Securities and Exchange Commission Historical Society

The Institution of Experience: Self-Regulatory Organizations in the Securities Industry, 1792-2010

Rules of the Club

Coherence of the Self-Regulatory Regime

Although New York was at the center of the growing national economy, the Board of Brokers remained relatively small, with seventy-five members in 1848. This was partly by design, since the quality of the market depended on the participants. The board kept careful watch on member solvency, promptly suspending defaulters and steadily raising initiation fees to a remarkable $400 by 1848. By then, the Board of Brokers had earned its reputation as a "gentlemen's club." 7

The 1817 constitution provided for pure democracy—disputes and resolutions were decided by the members as a whole. But as a practical matter, specific jobs were soon delegated to ad hoc committees whose recommendations were usually approved by the full membership. Listing decisions, for example, were made informally at first, but by 1856 the task was assigned to a committee. By then, the Board of Brokers was self-consciously building a coherent self-regulatory regime.8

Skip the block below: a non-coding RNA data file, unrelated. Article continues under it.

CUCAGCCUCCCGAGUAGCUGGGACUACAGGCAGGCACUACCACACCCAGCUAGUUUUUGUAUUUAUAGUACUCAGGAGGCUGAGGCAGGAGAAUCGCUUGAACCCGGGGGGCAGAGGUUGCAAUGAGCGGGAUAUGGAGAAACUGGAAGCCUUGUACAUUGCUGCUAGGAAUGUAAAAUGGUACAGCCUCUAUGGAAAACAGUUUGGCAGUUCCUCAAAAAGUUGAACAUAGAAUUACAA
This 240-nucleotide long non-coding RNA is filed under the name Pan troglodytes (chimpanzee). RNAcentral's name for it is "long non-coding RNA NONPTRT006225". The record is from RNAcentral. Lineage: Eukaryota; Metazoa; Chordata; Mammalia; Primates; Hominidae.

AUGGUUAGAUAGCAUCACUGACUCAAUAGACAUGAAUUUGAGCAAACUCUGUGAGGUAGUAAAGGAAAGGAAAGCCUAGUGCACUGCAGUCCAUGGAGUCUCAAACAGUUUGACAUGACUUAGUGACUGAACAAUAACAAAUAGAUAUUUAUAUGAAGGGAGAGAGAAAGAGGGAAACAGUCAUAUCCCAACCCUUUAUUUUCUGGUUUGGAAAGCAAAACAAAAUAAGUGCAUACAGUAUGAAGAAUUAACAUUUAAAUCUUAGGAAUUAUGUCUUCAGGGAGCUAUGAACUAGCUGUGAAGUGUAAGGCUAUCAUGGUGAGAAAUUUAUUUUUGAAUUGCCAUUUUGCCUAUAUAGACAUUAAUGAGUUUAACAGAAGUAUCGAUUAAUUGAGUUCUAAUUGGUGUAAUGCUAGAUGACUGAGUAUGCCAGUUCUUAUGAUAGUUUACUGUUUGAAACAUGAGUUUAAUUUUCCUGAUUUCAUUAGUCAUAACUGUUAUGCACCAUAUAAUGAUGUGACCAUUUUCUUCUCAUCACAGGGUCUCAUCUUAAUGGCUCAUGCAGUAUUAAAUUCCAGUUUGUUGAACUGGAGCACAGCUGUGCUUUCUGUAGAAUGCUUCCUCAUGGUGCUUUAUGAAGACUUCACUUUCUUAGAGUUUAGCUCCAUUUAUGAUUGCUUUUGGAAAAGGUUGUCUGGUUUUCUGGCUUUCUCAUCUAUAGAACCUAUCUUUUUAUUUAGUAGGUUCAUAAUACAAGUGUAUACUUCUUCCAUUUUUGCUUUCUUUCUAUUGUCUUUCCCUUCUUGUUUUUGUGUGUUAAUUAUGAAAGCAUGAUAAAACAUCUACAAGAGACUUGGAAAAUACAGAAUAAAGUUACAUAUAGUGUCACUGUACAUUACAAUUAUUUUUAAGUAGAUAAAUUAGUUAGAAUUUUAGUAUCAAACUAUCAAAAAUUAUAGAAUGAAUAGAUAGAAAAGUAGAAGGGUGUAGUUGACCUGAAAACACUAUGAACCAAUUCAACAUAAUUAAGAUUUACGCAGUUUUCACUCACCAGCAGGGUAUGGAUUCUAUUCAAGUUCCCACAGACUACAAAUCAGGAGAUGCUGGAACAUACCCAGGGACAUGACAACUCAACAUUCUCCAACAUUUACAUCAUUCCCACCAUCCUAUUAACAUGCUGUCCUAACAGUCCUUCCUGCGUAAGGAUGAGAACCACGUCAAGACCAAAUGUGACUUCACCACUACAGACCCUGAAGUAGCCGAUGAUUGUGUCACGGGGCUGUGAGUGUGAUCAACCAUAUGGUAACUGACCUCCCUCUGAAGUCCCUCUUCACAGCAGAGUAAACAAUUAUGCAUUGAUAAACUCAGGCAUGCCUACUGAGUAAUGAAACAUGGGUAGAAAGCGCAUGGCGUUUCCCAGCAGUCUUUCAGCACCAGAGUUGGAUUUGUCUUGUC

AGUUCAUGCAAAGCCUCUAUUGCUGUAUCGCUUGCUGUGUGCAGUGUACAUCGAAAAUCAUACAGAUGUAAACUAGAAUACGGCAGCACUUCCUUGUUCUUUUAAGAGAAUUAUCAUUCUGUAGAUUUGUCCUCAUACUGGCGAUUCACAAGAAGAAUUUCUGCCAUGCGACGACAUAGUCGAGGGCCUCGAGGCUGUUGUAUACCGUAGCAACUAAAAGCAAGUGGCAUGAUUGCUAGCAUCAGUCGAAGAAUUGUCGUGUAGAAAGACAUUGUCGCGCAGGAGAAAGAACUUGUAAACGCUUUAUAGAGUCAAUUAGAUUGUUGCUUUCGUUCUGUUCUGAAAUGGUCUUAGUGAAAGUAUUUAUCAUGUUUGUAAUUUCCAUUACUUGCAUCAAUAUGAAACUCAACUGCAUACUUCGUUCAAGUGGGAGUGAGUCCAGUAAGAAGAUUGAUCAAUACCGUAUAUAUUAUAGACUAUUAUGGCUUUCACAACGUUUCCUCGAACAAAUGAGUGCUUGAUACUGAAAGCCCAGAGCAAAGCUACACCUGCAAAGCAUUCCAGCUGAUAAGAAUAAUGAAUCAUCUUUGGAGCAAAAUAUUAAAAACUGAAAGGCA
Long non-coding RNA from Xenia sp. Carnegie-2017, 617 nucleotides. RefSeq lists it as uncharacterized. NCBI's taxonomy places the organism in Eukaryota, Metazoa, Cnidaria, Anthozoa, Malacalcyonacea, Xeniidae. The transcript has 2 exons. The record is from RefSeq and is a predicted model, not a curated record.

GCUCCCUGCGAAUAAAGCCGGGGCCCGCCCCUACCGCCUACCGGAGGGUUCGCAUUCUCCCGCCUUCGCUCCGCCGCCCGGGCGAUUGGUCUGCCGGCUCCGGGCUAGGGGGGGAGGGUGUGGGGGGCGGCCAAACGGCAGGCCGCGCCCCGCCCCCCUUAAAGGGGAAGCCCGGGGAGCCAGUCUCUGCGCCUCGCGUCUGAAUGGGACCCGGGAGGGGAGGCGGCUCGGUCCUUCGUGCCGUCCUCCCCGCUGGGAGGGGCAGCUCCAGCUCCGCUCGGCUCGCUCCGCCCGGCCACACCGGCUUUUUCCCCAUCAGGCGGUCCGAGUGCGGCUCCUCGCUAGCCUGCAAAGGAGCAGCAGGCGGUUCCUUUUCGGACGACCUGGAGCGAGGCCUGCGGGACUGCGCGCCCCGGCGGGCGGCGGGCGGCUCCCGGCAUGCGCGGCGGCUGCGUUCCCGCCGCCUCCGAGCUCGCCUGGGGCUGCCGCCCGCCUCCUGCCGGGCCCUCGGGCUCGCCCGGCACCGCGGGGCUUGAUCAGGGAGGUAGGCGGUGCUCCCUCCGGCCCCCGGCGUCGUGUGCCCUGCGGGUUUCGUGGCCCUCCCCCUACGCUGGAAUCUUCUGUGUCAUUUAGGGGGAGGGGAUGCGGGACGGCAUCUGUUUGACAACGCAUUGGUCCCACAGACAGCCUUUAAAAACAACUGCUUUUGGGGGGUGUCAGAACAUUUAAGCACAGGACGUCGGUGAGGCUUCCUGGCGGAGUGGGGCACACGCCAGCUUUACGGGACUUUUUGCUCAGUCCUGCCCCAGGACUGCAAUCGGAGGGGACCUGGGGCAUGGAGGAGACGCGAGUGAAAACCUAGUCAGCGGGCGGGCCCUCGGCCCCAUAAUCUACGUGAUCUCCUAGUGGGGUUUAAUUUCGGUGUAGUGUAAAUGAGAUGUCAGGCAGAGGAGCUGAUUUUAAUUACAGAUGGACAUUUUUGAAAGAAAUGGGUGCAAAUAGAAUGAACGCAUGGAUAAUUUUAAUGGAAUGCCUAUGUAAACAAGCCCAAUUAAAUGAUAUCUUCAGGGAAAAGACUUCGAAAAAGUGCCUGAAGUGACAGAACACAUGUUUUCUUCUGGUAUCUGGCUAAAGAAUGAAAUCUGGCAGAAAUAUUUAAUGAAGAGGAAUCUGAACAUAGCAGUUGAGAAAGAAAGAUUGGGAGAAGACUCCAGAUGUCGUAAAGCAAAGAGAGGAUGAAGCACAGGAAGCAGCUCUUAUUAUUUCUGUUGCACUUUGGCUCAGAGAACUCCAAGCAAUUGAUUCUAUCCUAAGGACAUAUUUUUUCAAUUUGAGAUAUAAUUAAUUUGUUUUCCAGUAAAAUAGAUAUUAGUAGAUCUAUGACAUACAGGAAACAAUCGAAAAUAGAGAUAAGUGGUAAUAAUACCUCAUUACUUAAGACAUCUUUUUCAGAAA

From the first, however, this member-controlled regime inevitably favored the floor over the investors that it served, particularly in enforcement. Committees could be expected to deal severely with those who violated minimum commission rules. However, from 1817 to 1860, the board claimed to detect only two cases of fictitious sales, and in neither case were the perpetrators punished.9

Still, the Board of Brokers flourished because its capacity for price discovery gave it influence far exceeding its actual size. By the late 1850s, telegraph service enabled the exchange to provide price information for traders in nearly every other major American city. With growth came a second daily auction and a new name.

On January 29, 1863, the board changed its name to the New York Stock Exchange. By then, the five key aspects of the club rules had been well defined: 1) admission, 2) expulsion, 3) fixed commissions, 4) rules of trade, and 5) incipient listing standards.10

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(7.) Banner, Anglo-American Securities Regulation, 254, 258. Both the Boston and Philadelphia exchanges were larger than the Board of Brokers.

(8.) Banner, Anglo-American Securities Regulation, 272. In settling an 1837 dispute, for example, committee members acknowledged that their decision would set precedent.

(9.) Banner, Anglo-American Securities Regulation, 274-78.

(10.) Banner, Anglo-American Securities Regulation, 255-56; Sobel, The Big Board, 53-60.

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March 7, 1861
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